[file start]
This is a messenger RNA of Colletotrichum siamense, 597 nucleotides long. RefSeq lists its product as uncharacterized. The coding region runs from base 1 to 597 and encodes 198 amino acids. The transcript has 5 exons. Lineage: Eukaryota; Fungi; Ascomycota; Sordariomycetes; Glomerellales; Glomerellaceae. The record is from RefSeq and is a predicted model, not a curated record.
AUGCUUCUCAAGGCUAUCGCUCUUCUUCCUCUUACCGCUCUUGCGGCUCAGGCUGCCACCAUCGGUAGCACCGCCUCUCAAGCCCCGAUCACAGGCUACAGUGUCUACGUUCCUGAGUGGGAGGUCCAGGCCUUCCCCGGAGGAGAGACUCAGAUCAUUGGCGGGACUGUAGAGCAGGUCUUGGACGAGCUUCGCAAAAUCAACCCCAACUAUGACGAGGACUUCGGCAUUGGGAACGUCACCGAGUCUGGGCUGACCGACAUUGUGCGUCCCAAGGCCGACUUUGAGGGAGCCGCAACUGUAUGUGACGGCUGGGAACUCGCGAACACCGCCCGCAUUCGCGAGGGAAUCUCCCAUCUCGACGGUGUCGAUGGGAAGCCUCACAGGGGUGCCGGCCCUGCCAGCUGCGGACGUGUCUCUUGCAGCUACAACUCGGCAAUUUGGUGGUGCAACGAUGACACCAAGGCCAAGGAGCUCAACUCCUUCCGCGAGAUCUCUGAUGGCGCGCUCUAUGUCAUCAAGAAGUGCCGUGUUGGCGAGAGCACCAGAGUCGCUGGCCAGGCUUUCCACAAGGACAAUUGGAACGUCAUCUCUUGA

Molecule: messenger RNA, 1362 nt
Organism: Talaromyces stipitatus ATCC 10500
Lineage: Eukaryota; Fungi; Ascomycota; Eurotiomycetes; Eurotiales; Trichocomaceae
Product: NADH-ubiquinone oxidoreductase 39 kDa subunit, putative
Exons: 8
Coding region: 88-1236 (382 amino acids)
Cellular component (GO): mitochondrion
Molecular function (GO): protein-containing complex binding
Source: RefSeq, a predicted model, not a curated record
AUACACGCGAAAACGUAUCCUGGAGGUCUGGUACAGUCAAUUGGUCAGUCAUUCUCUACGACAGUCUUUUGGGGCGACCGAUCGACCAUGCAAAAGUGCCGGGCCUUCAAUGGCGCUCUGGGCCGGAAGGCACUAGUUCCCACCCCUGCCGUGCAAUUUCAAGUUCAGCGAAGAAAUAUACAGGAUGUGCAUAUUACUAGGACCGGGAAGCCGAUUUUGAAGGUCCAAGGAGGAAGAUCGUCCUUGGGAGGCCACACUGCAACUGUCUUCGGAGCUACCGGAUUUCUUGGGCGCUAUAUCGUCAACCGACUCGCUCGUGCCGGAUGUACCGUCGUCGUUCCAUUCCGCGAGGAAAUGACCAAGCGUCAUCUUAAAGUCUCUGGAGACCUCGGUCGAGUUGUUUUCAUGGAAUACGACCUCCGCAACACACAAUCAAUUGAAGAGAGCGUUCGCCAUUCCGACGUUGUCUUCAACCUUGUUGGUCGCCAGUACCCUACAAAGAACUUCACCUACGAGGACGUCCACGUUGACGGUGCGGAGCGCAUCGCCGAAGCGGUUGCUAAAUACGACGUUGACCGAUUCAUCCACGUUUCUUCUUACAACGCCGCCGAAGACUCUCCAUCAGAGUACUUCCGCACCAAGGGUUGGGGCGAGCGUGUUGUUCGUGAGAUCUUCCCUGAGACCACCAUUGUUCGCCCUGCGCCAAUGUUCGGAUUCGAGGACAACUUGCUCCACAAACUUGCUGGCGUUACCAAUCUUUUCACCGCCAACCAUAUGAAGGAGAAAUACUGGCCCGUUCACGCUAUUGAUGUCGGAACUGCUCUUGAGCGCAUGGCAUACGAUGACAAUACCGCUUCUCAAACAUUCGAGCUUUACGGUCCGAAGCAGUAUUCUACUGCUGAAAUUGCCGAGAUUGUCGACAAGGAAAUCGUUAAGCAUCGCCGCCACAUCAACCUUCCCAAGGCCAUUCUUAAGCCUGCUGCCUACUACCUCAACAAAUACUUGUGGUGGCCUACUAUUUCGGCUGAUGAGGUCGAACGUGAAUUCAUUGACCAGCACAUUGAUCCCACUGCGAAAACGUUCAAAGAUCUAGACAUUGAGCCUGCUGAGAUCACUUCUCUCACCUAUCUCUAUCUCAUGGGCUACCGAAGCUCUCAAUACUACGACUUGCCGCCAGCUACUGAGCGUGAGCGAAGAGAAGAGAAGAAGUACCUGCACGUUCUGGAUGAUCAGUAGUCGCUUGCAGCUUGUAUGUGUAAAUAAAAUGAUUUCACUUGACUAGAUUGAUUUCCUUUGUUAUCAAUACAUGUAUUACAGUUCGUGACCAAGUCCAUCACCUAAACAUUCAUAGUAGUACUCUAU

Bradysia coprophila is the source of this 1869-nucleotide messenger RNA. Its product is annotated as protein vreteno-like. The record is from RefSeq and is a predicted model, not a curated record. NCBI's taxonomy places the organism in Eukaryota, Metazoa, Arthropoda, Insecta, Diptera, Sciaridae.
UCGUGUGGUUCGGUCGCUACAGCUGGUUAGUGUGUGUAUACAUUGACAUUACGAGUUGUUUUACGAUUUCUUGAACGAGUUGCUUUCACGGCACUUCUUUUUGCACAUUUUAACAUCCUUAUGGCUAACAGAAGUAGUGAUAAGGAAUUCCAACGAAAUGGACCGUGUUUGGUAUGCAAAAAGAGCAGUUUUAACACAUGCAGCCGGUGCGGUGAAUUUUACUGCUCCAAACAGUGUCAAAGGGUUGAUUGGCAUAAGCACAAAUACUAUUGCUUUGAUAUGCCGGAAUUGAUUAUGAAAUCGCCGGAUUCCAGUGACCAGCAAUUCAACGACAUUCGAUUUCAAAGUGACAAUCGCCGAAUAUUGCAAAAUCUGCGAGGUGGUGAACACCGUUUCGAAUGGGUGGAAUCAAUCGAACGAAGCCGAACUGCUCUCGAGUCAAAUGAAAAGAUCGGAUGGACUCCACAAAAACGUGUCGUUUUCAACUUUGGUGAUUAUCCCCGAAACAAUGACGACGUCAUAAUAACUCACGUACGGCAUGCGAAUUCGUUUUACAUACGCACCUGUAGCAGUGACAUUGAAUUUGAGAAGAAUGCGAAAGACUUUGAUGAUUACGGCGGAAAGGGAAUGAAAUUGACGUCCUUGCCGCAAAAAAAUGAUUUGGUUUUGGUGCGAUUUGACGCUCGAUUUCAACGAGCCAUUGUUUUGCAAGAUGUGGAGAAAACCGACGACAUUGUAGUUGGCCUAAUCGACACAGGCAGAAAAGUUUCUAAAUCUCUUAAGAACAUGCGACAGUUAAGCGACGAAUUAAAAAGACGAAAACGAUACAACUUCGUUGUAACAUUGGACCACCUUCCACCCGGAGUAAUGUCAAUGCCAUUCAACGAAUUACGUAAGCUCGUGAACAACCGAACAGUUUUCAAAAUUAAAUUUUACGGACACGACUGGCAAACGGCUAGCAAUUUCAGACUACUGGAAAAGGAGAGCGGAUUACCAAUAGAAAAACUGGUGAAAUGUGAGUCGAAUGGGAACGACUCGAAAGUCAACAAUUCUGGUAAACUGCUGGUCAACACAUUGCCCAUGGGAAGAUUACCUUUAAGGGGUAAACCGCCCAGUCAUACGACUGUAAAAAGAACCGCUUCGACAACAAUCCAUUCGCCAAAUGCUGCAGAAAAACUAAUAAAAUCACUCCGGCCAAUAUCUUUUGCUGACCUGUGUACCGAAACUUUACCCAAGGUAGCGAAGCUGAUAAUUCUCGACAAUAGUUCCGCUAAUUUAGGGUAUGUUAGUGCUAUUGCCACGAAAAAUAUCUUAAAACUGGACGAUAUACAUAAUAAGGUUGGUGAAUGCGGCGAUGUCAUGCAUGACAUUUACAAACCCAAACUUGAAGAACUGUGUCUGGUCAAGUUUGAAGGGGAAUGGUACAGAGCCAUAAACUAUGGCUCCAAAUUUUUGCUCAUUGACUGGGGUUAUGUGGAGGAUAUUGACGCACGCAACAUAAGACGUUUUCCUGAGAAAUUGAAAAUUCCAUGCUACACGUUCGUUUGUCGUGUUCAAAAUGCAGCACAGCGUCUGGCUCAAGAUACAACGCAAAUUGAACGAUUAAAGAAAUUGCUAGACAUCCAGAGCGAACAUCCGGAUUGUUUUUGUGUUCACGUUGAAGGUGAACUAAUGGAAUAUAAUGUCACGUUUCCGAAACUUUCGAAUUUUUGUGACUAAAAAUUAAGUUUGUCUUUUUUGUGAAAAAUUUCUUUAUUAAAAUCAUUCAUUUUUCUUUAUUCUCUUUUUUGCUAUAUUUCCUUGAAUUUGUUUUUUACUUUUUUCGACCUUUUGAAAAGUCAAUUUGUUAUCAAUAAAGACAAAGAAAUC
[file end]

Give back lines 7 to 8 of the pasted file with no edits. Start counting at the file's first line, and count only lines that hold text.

Exons: 8
Coding region: 88-1236 (382 amino acids)